JPS Rathore — a former state BJP vice president — was also not qualified to hold the position of chairperson, the activist claimed
The Uttar Pradesh government violated two National Green Tribunal (NGT) orders when it appointed JPS Rathore — a former state BJP vice-president — as the state's pollution control board (UPPCB) chairperson on March 9, 2019, claimed Pradeep Kumar, an activist and law professor at Bareilly College.
The appointment of state PCB chairpersons was taken up in Rajendra Singh Bhandari Vs State of Uttarakhand & Ors, a case registered in 2013, over which the NGT had passed two orders, applicable for the states of Delhi, Punjab and UP.
An NGT order issued August 24, 2016 laid down the educational qualifications needed for the appointment of the chairperson.
Another order issued June 8, 2017 stated that the state government in question must frame rules for such an appointment within two months after which the process of the appointment must take place within a month.
Rathore does not qualify on both counts, Kumar alleged.
“I received information under RTI that the state did not frame rules till January 22, 2020 and yet appointed a new chairperson in March 2019,” Kumar said.
On the qualifications necessary for appointing a chairperson, Kumar said Rathore held an MTech in Civil Engineering from the Benaras Hindu University (BHU).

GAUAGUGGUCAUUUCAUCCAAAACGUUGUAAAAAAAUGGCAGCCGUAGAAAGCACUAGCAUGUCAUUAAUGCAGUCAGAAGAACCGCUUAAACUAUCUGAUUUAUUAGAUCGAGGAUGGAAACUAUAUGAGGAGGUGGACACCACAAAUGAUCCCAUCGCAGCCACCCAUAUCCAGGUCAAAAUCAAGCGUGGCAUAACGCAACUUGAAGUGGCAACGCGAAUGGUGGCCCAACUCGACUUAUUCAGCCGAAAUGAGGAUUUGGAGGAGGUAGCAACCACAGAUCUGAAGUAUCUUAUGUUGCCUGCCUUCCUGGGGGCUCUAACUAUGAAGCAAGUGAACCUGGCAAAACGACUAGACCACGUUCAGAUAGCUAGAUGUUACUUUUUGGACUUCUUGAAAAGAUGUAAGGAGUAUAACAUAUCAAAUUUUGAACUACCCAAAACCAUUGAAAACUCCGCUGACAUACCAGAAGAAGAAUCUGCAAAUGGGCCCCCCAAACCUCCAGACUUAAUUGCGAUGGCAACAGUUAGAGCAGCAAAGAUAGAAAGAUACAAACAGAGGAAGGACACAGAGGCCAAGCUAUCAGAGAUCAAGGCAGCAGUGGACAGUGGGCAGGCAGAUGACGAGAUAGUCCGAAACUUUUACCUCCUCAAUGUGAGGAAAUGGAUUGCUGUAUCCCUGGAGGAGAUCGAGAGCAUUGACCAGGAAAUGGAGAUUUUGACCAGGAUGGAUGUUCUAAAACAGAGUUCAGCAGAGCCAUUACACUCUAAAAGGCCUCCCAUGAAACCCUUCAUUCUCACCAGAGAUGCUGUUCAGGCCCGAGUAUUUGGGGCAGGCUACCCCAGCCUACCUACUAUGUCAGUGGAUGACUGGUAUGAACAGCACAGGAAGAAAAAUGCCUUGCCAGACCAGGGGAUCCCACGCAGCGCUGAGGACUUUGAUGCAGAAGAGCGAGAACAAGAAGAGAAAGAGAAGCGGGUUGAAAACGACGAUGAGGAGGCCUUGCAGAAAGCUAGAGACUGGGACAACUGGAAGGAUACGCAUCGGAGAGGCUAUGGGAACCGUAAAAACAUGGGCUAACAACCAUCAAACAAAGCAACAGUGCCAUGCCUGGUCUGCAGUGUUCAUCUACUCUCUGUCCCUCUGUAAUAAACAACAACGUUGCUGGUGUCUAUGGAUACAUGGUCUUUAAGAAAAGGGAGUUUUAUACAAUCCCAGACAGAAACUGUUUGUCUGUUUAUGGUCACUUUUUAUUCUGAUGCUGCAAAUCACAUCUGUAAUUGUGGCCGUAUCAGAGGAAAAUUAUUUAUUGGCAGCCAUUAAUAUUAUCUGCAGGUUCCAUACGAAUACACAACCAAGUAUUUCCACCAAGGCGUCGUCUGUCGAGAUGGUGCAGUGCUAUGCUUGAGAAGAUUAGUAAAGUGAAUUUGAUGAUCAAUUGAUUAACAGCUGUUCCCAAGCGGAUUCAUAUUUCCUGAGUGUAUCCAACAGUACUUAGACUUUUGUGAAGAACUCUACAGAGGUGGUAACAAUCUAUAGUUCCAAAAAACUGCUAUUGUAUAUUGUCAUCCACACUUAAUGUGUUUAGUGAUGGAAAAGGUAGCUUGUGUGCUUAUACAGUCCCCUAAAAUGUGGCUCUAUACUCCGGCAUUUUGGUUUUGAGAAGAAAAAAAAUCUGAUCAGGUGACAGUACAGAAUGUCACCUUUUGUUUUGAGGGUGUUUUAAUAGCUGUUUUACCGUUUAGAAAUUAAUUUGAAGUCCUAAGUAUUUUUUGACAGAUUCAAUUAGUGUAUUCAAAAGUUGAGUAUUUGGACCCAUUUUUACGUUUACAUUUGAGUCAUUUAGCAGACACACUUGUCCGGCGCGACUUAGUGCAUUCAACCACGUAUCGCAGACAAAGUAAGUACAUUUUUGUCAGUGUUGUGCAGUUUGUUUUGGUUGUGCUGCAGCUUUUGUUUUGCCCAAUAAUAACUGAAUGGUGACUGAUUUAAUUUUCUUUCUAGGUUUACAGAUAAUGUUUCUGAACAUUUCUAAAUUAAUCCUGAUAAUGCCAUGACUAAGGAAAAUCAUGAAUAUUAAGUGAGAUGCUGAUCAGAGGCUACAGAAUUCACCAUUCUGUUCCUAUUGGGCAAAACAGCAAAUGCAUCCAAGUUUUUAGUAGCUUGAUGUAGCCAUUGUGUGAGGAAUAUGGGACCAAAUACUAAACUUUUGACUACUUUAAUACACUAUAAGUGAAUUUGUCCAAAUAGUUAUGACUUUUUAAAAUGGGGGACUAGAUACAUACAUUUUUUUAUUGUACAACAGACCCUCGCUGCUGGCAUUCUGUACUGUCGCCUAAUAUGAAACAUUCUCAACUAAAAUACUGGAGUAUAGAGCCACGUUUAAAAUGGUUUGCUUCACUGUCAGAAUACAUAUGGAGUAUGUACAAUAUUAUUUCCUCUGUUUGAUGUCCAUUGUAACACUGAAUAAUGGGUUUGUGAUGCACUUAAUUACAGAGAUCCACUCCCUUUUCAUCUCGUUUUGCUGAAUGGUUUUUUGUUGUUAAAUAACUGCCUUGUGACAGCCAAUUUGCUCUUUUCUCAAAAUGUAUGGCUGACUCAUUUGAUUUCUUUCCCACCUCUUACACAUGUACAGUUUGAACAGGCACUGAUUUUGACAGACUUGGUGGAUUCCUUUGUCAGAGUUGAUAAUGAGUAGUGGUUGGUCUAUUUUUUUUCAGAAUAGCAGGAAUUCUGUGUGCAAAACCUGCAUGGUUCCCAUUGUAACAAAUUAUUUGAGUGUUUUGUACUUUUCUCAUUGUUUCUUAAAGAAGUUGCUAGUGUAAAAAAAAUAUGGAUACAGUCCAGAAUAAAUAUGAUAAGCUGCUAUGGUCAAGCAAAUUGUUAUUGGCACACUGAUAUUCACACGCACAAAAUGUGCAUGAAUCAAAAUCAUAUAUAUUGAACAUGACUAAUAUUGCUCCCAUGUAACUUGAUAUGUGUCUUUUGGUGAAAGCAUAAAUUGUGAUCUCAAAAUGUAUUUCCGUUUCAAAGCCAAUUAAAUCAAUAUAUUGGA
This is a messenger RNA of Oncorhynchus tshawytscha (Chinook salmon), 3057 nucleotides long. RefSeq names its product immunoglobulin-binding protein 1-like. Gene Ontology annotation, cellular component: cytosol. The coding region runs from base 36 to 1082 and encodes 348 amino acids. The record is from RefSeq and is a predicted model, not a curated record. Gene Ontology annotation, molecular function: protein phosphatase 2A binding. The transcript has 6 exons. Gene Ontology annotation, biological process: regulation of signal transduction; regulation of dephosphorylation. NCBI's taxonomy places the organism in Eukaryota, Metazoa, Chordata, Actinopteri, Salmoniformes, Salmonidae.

The degree is not mentioned in a list of “special knowledge” and “practical experience” requirements listed in the NGT order.
The courses listed by the order are:
“Special knowledge as explained above has to be accompanied with adequate experience in the field,” the order states.
BHU does not offer a course in environmental engineering, said Kumar.
The order also stated knowledge in subjects necessary for “practical experience” as well.
“A person having practical experience must have a degree with Botany/Zoology/Chemistry or an allied subject wherein basic knowledge about ecology and environment are a part of the curriculum,” the order said.
Similar provisions for the appointment of a state’s pollution control board chairperson were mentioned in the Water (Prevention and Control of Pollution) Act, 1974 and the Air (Prevention and Control of Pollution) Act, 1981 as well.
The chairperson can also have experience in “administering institutions dealing with the matters aforesaid”, according to the laws.
Down To Earth reached out but could not communicate with Rathore.
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